A widely respected health model has some grim predictions for the next few months’ trajectory of U.S. coronavirus deaths, but also offers some hope for how the country can save tens of thousands of lives, simply by wearing masks again.
The Institute for Health Metrics and Evaluation (IHME) at the University of Washington in Seattle predicts that, between now and December 1, the U.S. will see over 107,000 additional deaths from COVID-19. But if everyone in the country agreed to wear masks in public spaces, that projection would be cut in half, researchers involved in the project said.
“We can save 50,000 lives simply by wearing masks. That’s how important behaviors are,” said Ali Mokdad, a professor of health metrics at the University of Washington, who is part of the IHME project.
Lauren Ancel Meyers, director of University of Texas’s COVID-19 modeling consortium, agreed, telling The Associated Press that “behavior is really going to determine if, when and how sustainably the current wave subsides.” Meyers added that other mitigation efforts, including limiting social interactions and getting more people vaccinated, are ways Americans can “control” how many get sick in the coming weeks and months.
Taking action this week could help prevent many of the predicted deaths, the IHME model suggests. Daily fatality numbers are expected to increase to nearly 1,400 deaths per day by mid-September — then slowly, that number is expected to lessen over the next few months.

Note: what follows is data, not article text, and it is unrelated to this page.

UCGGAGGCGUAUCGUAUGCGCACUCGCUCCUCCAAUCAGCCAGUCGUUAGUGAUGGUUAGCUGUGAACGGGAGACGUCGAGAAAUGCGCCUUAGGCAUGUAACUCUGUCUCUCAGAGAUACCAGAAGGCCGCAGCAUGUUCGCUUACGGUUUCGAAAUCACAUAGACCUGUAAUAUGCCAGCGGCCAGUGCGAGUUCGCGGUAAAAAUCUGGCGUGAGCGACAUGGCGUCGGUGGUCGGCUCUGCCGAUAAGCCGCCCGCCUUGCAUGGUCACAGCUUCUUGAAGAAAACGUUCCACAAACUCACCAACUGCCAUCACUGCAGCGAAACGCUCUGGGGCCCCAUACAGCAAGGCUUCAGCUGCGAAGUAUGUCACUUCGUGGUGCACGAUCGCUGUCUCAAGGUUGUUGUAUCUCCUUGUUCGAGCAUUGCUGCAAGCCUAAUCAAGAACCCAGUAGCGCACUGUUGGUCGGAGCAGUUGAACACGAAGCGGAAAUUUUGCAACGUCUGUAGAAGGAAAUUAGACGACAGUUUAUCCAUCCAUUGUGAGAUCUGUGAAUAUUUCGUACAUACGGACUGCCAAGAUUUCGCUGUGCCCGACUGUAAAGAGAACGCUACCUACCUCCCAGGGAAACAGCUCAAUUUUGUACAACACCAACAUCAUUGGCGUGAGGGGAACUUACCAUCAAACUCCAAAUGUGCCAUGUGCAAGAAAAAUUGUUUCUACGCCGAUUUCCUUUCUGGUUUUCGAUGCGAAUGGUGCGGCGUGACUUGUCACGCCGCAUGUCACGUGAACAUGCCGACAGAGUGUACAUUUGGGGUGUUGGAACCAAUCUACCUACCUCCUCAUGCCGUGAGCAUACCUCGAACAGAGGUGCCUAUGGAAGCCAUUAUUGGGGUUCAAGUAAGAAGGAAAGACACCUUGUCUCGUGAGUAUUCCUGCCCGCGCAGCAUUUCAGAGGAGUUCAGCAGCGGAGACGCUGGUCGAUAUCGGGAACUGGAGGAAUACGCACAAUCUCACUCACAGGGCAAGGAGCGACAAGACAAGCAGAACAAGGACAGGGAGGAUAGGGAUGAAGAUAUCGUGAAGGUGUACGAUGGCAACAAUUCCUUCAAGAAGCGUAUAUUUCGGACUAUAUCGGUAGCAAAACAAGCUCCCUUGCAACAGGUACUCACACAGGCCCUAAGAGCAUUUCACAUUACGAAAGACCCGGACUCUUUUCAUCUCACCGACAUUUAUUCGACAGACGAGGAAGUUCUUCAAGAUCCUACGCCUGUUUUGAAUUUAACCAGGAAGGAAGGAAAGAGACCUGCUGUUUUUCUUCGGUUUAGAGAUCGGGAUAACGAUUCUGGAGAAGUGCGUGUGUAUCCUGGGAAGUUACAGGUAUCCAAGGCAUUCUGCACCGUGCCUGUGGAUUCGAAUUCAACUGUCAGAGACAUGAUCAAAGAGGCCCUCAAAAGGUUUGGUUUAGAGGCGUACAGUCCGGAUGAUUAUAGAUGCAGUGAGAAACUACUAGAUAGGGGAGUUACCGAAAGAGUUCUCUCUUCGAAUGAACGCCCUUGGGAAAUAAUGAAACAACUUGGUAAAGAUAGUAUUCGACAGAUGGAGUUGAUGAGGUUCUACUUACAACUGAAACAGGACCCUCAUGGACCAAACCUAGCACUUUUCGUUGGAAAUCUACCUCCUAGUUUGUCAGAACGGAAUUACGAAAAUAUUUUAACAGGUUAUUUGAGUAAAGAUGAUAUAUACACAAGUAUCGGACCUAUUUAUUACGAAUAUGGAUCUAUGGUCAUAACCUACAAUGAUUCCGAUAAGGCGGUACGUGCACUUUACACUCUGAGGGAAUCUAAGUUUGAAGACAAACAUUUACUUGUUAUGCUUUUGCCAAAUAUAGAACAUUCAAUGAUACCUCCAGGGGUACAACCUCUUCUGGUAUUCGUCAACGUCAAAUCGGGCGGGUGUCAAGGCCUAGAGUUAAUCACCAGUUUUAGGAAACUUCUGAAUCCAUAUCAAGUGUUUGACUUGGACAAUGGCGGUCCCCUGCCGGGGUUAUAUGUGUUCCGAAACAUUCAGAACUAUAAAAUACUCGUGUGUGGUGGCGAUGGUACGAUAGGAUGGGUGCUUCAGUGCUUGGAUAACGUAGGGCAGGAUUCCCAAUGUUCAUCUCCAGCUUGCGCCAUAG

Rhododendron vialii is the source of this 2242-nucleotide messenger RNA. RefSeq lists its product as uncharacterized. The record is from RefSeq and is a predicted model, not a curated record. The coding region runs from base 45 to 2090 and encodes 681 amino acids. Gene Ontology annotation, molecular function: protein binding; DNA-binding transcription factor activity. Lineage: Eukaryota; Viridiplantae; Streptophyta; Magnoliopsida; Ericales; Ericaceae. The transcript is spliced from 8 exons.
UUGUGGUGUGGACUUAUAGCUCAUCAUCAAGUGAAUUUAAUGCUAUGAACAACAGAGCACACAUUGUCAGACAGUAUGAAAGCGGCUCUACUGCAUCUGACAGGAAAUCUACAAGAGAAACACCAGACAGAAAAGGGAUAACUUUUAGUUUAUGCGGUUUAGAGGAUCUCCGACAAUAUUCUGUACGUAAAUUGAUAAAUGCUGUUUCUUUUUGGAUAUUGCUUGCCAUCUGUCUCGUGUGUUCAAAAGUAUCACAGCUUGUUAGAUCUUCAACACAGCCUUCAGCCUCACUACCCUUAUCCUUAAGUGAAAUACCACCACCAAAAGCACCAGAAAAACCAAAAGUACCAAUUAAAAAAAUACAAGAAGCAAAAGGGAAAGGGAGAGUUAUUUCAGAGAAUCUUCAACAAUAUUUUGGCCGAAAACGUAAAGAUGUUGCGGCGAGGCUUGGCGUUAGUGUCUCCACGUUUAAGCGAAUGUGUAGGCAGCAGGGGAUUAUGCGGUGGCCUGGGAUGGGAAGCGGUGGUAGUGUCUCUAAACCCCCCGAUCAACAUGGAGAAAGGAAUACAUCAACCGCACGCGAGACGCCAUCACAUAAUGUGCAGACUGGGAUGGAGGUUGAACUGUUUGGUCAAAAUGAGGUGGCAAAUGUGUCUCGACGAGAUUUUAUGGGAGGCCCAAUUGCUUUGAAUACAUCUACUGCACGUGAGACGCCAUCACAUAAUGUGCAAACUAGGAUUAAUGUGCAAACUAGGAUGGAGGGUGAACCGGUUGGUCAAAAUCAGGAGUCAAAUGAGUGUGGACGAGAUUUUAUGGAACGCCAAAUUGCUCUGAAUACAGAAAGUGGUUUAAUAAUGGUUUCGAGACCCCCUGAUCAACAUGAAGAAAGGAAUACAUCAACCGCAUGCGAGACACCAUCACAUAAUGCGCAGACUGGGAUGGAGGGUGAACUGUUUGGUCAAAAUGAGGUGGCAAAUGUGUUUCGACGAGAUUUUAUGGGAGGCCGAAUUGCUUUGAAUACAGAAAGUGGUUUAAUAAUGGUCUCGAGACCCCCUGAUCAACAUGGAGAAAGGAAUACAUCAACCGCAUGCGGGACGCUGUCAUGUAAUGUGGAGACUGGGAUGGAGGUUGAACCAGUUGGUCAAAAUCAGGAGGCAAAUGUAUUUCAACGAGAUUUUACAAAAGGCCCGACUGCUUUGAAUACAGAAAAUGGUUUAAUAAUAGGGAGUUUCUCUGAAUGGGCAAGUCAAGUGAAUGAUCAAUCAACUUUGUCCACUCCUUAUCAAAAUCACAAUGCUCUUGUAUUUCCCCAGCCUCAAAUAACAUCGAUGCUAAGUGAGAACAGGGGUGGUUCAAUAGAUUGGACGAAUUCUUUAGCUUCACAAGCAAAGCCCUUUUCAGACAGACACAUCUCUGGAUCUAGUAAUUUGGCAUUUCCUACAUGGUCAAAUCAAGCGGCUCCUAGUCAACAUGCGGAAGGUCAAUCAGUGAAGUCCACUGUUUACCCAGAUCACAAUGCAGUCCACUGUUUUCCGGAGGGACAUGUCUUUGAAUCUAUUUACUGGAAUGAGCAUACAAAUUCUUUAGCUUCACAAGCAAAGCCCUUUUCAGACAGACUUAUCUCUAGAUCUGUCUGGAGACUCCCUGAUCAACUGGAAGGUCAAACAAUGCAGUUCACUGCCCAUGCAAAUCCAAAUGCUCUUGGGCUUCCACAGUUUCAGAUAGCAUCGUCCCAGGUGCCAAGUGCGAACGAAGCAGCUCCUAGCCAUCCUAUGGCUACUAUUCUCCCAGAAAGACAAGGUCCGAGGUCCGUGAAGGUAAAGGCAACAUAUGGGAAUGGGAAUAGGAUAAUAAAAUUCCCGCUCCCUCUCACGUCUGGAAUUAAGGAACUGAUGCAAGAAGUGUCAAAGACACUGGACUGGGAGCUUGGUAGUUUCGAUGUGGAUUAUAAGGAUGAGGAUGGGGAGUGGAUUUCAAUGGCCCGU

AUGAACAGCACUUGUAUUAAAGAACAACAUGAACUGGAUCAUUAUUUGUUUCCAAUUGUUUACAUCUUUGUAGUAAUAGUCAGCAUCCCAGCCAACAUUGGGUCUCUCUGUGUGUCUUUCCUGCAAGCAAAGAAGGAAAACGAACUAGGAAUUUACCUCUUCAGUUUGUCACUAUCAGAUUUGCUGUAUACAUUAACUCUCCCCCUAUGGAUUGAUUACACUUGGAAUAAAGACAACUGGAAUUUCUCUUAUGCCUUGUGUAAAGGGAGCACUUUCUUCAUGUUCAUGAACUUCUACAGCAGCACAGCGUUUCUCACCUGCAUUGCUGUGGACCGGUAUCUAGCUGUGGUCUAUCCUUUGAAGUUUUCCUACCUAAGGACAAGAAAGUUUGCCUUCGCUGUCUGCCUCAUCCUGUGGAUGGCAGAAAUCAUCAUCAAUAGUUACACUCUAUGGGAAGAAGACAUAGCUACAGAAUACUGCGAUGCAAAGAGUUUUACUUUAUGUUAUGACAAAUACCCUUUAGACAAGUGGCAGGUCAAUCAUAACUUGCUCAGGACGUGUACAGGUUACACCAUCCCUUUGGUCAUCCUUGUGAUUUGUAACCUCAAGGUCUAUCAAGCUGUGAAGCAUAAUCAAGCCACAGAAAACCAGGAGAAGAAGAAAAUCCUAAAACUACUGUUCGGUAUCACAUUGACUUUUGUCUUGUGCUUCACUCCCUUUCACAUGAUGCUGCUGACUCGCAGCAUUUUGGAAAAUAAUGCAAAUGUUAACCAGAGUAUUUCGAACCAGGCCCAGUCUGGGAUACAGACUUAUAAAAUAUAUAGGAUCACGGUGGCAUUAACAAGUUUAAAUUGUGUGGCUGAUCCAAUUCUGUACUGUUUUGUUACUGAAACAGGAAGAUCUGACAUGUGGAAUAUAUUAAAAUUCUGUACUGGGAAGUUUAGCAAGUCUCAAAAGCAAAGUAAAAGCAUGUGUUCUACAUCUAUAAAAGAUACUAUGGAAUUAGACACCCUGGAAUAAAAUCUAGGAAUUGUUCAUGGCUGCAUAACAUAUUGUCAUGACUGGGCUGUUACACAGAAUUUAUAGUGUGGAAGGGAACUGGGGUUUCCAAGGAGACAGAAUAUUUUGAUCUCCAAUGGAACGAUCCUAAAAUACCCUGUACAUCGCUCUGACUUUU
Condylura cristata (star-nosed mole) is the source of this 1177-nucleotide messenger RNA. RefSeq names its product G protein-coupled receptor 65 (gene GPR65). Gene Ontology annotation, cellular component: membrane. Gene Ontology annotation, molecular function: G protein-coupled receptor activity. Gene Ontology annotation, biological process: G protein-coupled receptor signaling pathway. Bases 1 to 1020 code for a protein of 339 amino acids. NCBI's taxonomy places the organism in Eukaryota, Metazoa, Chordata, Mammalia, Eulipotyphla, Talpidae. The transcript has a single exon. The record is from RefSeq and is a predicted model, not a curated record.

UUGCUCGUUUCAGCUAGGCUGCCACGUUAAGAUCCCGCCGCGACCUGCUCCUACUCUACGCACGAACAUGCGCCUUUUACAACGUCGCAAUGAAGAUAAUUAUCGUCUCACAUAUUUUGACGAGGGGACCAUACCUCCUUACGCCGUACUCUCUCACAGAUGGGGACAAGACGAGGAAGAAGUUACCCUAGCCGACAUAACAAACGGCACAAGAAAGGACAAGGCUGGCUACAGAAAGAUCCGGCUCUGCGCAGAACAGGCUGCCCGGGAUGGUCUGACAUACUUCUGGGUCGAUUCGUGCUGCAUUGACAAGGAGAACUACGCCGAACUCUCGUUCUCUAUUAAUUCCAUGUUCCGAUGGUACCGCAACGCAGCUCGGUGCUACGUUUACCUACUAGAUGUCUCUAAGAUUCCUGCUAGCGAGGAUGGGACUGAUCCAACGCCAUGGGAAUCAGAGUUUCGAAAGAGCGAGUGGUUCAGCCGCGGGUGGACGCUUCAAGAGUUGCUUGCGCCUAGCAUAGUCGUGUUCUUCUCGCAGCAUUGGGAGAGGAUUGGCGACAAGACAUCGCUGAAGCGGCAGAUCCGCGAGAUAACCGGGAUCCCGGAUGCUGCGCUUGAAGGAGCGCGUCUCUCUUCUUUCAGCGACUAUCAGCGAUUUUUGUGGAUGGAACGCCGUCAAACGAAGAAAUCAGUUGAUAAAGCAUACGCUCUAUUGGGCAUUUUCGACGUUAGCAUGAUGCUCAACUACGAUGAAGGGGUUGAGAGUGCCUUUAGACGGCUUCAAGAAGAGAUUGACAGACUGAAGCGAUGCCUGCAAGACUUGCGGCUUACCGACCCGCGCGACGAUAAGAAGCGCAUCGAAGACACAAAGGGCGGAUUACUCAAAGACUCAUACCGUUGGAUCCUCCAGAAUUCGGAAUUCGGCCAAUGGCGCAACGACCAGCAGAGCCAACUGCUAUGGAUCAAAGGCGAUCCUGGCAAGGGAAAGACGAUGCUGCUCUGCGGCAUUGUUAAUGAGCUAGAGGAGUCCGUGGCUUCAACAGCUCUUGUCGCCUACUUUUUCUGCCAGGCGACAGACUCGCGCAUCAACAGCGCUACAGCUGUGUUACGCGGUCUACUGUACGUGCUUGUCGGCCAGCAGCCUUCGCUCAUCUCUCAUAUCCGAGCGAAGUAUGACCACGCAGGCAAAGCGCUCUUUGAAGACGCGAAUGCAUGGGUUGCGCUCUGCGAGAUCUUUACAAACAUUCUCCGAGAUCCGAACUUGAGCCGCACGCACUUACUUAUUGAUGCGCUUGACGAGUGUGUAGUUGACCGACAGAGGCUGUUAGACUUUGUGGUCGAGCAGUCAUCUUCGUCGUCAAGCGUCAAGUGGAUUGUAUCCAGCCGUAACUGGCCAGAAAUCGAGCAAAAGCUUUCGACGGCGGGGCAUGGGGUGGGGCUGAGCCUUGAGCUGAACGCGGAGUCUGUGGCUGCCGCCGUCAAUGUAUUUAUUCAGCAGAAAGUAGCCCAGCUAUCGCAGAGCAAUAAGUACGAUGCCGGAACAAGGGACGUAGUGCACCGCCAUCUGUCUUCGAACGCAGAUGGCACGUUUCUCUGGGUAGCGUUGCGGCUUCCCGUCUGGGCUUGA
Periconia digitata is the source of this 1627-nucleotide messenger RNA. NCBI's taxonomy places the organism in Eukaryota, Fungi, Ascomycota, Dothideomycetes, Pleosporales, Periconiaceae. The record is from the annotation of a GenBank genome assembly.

While getting Americans to mask up (particularly in indoor public spaces, where many localities are now requiring them) has been a significant challenge since the start of the pandemic, polling suggests that most Americans are already wearing their masks again when they leave their homes, and are supportive of local mandates, especially for school-age children who are not yet eligible for the COVID-19 vaccines.
An Axios/Ipsos poll from earlier this month found that 69 percent of Americans support masking requirements in schools, while only 30 percent said they opposed such rules. A recent USA Today/Ipsos poll also found that 72 percent of Americans viewed local mask mandates as “a matter of health and safety,” rejecting the idea that they are an infringement on personal liberty.
When asked to describe their current masking habits, an Economist/YouGov poll from this past week showed that 55 percent of Americans were already wearing masks “always” or “most of the time” when they left their homes. However, a sizable proportion of respondents (45 percent) said they only wore masks “some of the time” or “never.”
A number of state governors, too, stand in the way of local governments being able to make their own rules on masking. Govs. Greg Abbott (R-Texas) and Ron DeSantis (R-Florida), for example, have both issued rules against school districts in their respective states from being able to require students and staff from having to wear masks to prevent the spread of the virus.
Several districts in both states have said they will not adhere to their governors’ orders, however, and have issued rules on masking anyway. The Biden administration has said that it will support these schools if and when they get saddled with financial penalties from their respective governors.